General Aviation Plane Crashes

by Frieda Flyer on November 1, 2010

in General Aviation

According to researchers at Johns Hopkins University, general aviation flights account for most of the crashes, injuries, and deaths in U.S. aviation.  In fact, the risk is 82 times greater than for major airlines.  General aviation flights include small private planes and business jets including use for recreation, emergency medical services, fire-fighting, sight-seeing, traffic reporting and other purposes. 

 Researching data from 2002 to 2005, general aviation was found to make up 91% of all U.S. aviation crashes and 94% of all aviation deaths. Factors that may contribute to this is that the smaller planes aren’t able to withstand the impact forces thereby protecting those on board and they haven’t made the improvements major airlines have in the last years – such as seat strength, etc.  The FAA and NTSB have been urged to do more to improve safety of small airplanes.  

Everyday I read about more and more plane crashes – especially those considered general aviation (all flights not involving the military or scheduled flights).  I wonder why there are so many often involving fatalities.  Todd Curtis, a former USAF flight test engineer in sheds some light on the increase in plane crashes. 

~ More people than ever are flying in all areas.

~ Small planes and general aviation are growing very rapidly and fly under a less restrictive set of rules.  To obtain a “recreational” pilot’s certificate, one has only to be 17 years old, pass a written exam, and a flying test. This pilot can fly during daylight hours only and within 15 nautical miles of the airport where he/she learned to fly.

~ General aviation flight hours are greater – meaning more time is spent in the air.  In this category, Curtis explains the number of accidents is roughly equivalent to the number of hours flown.  The statistics for 2006 shows one in five general aviation accidents resulted in a fatality.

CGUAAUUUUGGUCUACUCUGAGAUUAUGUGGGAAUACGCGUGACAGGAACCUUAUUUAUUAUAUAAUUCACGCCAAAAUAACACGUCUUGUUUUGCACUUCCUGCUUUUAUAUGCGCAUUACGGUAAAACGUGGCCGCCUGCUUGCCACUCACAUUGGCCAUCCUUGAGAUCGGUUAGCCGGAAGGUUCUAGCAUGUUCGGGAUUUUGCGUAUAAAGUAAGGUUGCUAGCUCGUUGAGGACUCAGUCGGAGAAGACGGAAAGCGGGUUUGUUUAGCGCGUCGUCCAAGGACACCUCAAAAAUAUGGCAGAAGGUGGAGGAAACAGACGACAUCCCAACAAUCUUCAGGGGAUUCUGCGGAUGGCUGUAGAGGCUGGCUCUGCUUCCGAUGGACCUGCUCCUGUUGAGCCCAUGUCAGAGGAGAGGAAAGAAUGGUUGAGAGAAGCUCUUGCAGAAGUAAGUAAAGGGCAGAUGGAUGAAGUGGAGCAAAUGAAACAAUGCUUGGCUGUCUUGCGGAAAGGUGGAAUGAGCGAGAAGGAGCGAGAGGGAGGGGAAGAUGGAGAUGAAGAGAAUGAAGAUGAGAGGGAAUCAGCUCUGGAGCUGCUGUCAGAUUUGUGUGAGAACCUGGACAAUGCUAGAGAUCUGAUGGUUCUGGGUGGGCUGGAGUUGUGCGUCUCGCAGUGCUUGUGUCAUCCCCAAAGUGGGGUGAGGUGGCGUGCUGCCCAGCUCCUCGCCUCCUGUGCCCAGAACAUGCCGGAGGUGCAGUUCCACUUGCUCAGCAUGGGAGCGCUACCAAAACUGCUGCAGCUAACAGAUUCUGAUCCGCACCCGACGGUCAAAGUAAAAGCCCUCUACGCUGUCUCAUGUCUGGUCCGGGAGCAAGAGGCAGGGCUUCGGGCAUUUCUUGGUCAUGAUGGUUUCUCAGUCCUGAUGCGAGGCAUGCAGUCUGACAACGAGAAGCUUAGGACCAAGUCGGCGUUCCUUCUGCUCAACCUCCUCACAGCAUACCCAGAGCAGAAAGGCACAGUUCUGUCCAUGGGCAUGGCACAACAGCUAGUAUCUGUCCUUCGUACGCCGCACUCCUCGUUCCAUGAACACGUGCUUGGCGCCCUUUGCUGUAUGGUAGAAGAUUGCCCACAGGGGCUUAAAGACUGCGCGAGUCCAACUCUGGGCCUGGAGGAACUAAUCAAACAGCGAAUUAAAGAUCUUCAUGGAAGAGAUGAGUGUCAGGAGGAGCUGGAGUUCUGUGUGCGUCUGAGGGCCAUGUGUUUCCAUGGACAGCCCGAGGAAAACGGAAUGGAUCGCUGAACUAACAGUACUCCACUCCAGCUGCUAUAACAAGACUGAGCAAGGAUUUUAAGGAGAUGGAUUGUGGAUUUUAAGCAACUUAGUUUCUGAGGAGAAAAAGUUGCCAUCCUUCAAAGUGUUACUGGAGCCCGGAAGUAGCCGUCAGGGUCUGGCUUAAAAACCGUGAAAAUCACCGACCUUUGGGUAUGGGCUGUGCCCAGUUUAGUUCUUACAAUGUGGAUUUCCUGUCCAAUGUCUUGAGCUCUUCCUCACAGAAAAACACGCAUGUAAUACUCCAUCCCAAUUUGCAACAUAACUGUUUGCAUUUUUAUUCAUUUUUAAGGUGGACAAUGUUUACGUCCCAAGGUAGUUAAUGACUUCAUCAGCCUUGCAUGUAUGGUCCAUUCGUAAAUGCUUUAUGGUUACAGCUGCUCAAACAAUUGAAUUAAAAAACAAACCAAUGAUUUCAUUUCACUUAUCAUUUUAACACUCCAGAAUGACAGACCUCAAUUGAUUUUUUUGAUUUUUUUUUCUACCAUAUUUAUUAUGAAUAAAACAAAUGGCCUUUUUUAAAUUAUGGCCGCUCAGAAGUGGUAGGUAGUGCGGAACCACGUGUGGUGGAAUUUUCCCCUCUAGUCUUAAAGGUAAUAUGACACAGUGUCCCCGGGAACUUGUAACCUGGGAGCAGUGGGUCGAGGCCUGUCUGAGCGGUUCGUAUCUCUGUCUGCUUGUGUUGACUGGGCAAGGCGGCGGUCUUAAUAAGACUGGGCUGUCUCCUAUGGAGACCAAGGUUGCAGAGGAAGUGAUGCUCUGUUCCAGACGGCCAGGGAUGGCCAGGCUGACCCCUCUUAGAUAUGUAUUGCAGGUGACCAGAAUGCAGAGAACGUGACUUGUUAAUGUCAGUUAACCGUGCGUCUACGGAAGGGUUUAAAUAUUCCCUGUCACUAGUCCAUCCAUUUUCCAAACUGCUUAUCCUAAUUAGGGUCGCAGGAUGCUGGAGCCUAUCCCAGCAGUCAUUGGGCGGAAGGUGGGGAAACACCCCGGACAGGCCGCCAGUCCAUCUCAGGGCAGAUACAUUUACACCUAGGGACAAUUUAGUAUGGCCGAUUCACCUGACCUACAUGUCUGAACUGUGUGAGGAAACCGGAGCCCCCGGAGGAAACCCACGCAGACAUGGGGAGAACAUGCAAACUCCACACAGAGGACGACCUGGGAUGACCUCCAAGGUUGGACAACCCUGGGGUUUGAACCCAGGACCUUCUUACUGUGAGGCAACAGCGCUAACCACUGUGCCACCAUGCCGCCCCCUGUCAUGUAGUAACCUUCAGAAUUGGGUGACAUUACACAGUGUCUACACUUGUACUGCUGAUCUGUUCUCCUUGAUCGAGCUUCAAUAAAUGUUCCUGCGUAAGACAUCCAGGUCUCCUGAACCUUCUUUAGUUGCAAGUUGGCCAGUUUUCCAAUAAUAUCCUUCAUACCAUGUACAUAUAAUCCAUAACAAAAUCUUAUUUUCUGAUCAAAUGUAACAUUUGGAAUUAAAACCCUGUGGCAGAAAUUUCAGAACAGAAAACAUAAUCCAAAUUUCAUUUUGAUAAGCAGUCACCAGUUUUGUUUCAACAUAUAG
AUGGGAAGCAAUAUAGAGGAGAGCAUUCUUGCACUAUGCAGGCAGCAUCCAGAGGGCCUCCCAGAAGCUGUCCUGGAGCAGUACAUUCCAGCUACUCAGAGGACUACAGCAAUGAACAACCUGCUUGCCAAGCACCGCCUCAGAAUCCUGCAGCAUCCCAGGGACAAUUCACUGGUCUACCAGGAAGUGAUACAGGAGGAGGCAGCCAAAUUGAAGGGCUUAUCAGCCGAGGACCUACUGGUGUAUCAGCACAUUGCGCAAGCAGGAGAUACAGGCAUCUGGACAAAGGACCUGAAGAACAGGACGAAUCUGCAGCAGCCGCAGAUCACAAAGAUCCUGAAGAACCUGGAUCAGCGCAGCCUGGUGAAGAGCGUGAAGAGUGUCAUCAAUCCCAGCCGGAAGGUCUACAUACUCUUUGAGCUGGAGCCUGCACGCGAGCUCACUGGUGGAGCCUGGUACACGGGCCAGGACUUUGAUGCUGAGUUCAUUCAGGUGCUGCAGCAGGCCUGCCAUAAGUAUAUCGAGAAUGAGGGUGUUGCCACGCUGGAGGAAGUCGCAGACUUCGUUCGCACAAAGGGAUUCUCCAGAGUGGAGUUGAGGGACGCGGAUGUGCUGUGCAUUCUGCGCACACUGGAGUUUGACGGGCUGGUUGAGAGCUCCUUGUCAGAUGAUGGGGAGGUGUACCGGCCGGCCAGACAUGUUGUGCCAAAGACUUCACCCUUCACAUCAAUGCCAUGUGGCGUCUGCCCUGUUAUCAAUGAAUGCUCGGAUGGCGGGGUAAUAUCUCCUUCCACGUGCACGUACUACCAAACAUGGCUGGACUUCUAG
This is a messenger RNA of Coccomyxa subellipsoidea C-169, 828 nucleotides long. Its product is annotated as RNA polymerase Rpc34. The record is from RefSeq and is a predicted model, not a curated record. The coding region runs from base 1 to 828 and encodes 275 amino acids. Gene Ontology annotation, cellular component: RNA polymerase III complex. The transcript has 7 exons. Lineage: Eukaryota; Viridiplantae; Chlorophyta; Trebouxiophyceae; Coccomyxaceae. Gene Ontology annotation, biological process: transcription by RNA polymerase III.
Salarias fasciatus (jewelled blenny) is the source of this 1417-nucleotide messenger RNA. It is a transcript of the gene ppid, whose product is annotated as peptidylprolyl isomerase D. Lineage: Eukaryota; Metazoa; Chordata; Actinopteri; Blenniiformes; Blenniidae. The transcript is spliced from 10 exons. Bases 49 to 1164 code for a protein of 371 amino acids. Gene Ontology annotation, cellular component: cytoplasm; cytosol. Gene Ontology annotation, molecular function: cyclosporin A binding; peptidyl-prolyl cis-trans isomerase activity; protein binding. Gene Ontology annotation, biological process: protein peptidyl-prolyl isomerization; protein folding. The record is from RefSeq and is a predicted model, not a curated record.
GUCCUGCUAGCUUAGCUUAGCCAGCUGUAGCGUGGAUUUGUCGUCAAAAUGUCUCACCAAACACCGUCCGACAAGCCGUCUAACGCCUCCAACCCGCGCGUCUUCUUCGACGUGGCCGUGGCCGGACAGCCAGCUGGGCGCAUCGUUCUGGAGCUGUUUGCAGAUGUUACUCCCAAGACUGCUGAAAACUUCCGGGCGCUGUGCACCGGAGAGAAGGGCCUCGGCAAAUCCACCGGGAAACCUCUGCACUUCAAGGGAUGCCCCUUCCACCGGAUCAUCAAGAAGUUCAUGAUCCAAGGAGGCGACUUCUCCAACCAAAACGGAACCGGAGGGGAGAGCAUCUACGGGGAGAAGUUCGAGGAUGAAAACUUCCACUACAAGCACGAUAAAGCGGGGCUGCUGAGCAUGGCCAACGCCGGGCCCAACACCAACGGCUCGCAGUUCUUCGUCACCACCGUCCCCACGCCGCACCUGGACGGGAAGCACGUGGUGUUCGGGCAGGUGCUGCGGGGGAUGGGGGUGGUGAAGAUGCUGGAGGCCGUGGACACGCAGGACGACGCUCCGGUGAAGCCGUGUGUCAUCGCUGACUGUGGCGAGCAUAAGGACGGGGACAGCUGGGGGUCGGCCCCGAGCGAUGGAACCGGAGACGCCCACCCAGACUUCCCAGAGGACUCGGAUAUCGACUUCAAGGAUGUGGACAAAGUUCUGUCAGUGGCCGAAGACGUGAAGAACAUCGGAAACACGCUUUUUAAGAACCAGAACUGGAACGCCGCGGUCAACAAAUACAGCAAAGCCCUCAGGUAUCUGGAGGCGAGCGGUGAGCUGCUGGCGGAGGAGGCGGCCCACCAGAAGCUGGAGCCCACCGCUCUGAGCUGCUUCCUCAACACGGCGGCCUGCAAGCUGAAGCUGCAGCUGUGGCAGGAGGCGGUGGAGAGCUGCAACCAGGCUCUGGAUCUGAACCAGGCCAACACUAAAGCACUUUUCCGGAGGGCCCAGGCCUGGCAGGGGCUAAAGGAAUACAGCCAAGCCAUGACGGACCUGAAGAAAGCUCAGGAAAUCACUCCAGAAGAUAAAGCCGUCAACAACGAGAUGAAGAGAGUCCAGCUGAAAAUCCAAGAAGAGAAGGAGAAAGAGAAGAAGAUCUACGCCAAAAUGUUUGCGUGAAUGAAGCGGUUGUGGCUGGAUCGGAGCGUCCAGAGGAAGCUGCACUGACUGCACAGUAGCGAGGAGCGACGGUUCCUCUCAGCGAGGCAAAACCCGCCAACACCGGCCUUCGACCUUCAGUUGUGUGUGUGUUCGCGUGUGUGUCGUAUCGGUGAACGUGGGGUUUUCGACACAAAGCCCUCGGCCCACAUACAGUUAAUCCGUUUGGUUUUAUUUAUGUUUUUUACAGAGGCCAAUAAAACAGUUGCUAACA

~ Training makes a difference.  General aviation has an accident rate of 50 times greater and a fatality rate 120 times greater than that of airliners that require the highest level of training. The lowest level requires a minimum of 40-50 hours – airlines require 1,500 minimum and usually with many years experience/training on a small aircraft.

~ General aviation required no extensive medical exam – passing a medical certificate every two years is all that is required.  So a pilot could have poor eyesight, hearing problems, and it the two year span he could have become medically unable to fly. 

These are people we might not allow in cars on our streets, that could possible be flying over our homes!

 The FAA now states to have a recreational pilot’s certificate one has to be 17 years old, pass a written exam and flying test and then you can fly an single engine airplane weighing 12,500 lbs total.  

I certainly don’t want to halt general aviation at all, but with planes crashing into homes, parks, school yards, etc., I do think the FAA and general aviation needs to think about making this wonderful adventure safer for those who fly these aircraft and for those of us on the ground.

{ 1 comment… read it below or add one }

Ben R. Coleman November 13, 2010 at 3:11 am

This is a very difficult subject to discuss. It’s difficult because it only affects a miniscule sector of our population. But if you are directly affected with the loss of a friend or loved one, it is a paramount subject that spikes with a need for information. My years as an aircraft accident investigator required me to meet and make new friends, both living and deceased.

I hope the public will take this website serious and learn as much as possible on these subject matters. Knowledge is the power to affect improvement in this industry. Jim Crouse is one of the few professionals in the litigation industry that would like to work himself out of a job. No more crashes, no more need for wrongful death litigation. Safety is the objective, Knowledge is the key, Prevention is the avenue.


Leave a Comment

Previous post:

Next post: